Tropical Storm Henri has hit the US coast at Rhode Island packing high winds that knocked out power to tens of thousands of homes and bands of rain that led to flash flooding from New Jersey to Massachusetts.
The storm was downgraded from a hurricane to a tropical storm, but still had sustained winds of about 95kph and gusts of up to 112 kph, according to the National Hurricane Centre. There were few early reports of major damage due to wind or surf, but officials warned of the danger of spot flooding in inland areas over the next few days.
Millions on New York's Long Island and in southern New England braced for the possibility of flooding, toppled trees and extended power outages.
National Grid reported 74,000 customers without power in Rhode Island and EverSource is reporting nearly 20,000 customers out in Connecticut.
Rhode Island has been hit by hurricanes and tropical storms periodically - including Superstorm Sandy in 2012, Irene in 2011 and Hurricane Bob in 1991.
The city of Providence sustained so much flooding damage from a hurricane in 1938 and Hurricane Carol in 1954 that it built a hurricane barrier in the 1960s to protect its downtown from a storm surge coming up Narragansett Bay. That barrier - and newer gates built nearby - were closed Sunday.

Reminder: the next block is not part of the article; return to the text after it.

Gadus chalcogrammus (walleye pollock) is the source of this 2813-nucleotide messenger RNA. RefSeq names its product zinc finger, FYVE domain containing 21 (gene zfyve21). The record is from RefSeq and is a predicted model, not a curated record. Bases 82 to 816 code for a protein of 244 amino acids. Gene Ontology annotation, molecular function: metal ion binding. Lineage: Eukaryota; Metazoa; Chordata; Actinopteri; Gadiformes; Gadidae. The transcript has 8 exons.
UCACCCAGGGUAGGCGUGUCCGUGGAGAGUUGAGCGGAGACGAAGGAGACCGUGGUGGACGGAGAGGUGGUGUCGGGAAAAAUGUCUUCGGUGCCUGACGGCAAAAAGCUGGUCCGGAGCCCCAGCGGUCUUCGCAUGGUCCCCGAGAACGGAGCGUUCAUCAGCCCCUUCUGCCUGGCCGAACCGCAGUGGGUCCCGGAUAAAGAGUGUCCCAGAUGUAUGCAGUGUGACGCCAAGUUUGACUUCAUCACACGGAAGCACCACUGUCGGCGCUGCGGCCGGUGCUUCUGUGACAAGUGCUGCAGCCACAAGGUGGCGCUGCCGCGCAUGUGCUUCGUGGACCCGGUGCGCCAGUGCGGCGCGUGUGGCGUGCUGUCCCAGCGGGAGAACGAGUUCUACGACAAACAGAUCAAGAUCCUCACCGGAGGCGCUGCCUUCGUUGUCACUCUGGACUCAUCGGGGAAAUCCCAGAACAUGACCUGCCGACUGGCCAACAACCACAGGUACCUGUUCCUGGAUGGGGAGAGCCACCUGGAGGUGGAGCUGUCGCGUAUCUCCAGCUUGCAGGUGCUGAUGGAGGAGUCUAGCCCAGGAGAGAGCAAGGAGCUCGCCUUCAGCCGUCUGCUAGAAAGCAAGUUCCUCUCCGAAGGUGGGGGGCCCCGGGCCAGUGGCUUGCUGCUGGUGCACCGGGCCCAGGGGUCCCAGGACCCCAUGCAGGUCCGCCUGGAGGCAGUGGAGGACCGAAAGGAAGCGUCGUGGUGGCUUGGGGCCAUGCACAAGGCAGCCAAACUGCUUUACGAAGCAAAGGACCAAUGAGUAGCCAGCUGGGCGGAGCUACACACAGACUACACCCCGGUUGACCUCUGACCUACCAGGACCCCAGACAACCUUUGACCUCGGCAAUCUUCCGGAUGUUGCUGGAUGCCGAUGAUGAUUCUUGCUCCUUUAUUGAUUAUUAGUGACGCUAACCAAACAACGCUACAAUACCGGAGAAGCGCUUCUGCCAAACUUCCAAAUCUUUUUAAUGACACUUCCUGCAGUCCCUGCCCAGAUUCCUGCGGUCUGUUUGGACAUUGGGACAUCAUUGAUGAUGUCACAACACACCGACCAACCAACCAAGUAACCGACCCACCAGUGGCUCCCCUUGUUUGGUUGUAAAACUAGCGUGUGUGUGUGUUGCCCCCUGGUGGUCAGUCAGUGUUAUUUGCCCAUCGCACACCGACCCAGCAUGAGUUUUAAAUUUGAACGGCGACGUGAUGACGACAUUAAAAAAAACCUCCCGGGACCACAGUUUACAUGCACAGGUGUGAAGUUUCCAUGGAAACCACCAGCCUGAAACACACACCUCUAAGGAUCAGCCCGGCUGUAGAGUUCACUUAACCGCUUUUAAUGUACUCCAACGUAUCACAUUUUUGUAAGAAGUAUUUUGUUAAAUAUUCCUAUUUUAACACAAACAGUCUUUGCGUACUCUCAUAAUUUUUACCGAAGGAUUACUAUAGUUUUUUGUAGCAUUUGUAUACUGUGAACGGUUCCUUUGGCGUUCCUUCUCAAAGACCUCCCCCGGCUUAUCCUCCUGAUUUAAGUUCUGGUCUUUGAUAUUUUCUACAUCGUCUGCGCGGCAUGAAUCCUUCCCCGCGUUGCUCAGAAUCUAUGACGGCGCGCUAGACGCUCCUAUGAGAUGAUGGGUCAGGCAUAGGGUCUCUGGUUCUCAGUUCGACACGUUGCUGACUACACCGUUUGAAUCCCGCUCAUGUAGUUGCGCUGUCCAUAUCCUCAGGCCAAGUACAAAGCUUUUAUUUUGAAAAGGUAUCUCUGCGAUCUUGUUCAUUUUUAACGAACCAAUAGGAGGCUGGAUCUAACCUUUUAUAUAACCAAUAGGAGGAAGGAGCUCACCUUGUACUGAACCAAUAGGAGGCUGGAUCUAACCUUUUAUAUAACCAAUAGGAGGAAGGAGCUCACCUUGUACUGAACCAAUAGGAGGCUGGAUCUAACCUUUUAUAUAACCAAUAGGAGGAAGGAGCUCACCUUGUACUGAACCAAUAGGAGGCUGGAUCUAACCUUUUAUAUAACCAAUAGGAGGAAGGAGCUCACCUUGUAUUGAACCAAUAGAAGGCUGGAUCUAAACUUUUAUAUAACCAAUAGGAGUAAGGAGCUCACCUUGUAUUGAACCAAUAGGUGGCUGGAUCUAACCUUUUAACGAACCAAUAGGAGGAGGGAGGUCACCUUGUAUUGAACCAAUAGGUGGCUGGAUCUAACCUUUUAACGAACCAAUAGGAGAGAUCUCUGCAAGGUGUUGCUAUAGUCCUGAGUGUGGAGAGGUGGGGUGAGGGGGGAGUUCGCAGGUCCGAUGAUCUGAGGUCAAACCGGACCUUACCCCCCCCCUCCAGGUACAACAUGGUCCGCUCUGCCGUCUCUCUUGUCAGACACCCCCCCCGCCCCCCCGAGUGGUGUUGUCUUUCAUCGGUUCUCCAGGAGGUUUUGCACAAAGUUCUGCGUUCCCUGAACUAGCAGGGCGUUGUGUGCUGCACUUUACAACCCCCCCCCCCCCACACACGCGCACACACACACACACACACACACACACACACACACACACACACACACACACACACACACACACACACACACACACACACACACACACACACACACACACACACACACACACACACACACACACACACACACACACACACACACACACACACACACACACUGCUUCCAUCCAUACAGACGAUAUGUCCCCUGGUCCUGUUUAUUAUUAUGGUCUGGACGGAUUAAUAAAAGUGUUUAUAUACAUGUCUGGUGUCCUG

While the wind was significant in certain areas, experts warned that the storm's biggest threat likely will come from storm surge and inland flooding, caused by what are expected to be heavy and sustained rains. Some of the highest rain totals were expected inland.
The first thunderstorms bringing what could be up to 15 centimetres of rain arrived late Saturday, and flash flooding began in some areas overnight. Bands of heavy rain overwhelmed storm drains and drivers ploughed through foot-deep water in a few spots in New York City, and Newark and Hoboken, New Jersey.
US President Joe Biden declared disasters in much of the region, opening the purse strings for federal recovery aid.
Major airports in the region remained open as the storm approached, though hundreds of Sunday's flights were cancelled. Service on some branches of New York City's commuter rail system was suspended through Sunday, as was Amtrak service between New York and Boston.
New York hasn't had a direct hit from a powerful cyclone since Superstorm Sandy wreaked havoc in 2012. Some of the most important repairs from that storm have been completed, but many projects designed to protect against future storms remain unfinished.
Australian Associated Press
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